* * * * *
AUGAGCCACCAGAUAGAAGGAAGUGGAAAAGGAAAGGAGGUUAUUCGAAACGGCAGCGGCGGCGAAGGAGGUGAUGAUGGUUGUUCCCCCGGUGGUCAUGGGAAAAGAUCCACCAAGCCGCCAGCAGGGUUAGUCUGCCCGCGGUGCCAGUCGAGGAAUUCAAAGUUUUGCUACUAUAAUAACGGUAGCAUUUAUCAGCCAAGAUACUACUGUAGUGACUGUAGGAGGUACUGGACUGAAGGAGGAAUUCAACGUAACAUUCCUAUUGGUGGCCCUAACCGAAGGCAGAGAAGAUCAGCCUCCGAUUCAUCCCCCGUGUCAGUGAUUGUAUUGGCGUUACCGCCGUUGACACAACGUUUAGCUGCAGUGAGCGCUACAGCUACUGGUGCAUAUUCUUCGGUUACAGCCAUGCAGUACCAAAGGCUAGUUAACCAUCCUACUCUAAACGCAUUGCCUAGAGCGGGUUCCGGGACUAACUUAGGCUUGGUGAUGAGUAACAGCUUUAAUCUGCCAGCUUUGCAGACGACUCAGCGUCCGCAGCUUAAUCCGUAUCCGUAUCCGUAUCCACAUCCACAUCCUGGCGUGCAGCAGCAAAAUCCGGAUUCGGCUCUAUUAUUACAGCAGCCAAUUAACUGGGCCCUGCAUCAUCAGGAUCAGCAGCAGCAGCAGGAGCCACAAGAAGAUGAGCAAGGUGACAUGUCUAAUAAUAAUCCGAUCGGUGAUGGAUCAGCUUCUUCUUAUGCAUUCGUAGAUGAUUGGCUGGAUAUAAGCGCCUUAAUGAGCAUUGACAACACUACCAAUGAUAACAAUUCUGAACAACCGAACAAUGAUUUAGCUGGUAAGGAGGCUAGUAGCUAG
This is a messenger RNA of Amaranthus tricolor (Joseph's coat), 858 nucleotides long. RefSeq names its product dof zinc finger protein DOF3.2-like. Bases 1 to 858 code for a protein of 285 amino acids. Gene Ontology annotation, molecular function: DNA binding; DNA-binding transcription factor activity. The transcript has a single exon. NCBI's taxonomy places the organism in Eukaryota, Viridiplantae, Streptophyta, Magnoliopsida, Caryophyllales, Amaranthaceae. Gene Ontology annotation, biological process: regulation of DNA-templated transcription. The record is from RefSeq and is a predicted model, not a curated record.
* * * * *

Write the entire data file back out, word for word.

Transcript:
AUGAGCCACCAGAUAGAAGGAAGUGGAAAAGGAAAGGAGGUUAUUCGAAACGGCAGCGGCGGCGAAGGAGGUGAUGAUGGUUGUUCCCCCGGUGGUCAUGGGAAAAGAUCCACCAAGCCGCCAGCAGGGUUAGUCUGCCCGCGGUGCCAGUCGAGGAAUUCAAAGUUUUGCUACUAUAAUAACGGUAGCAUUUAUCAGCCAAGAUACUACUGUAGUGACUGUAGGAGGUACUGGACUGAAGGAGGAAUUCAACGUAACAUUCCUAUUGGUGGCCCUAACCGAAGGCAGAGAAGAUCAGCCUCCGAUUCAUCCCCCGUGUCAGUGAUUGUAUUGGCGUUACCGCCGUUGACACAACGUUUAGCUGCAGUGAGCGCUACAGCUACUGGUGCAUAUUCUUCGGUUACAGCCAUGCAGUACCAAAGGCUAGUUAACCAUCCUACUCUAAACGCAUUGCCUAGAGCGGGUUCCGGGACUAACUUAGGCUUGGUGAUGAGUAACAGCUUUAAUCUGCCAGCUUUGCAGACGACUCAGCGUCCGCAGCUUAAUCCGUAUCCGUAUCCGUAUCCACAUCCACAUCCUGGCGUGCAGCAGCAAAAUCCGGAUUCGGCUCUAUUAUUACAGCAGCCAAUUAACUGGGCCCUGCAUCAUCAGGAUCAGCAGCAGCAGCAGGAGCCACAAGAAGAUGAGCAAGGUGACAUGUCUAAUAAUAAUCCGAUCGGUGAUGGAUCAGCUUCUUCUUAUGCAUUCGUAGAUGAUUGGCUGGAUAUAAGCGCCUUAAUGAGCAUUGACAACACUACCAAUGAUAACAAUUCUGAACAACCGAACAAUGAUUUAGCUGGUAAGGAGGCUAGUAGCUAG
This is a messenger RNA of Amaranthus tricolor (Joseph's coat), 858 nucleotides long. RefSeq names its product dof zinc finger protein DOF3.2-like. Bases 1 to 858 code for a protein of 285 amino acids. Gene Ontology annotation, molecular function: DNA binding; DNA-binding transcription factor activity. The transcript has a single exon. NCBI's taxonomy places the organism in Eukaryota, Viridiplantae, Streptophyta, Magnoliopsida, Caryophyllales, Amaranthaceae. Gene Ontology annotation, biological process: regulation of DNA-templated transcription. The record is from RefSeq and is a predicted model, not a curated record.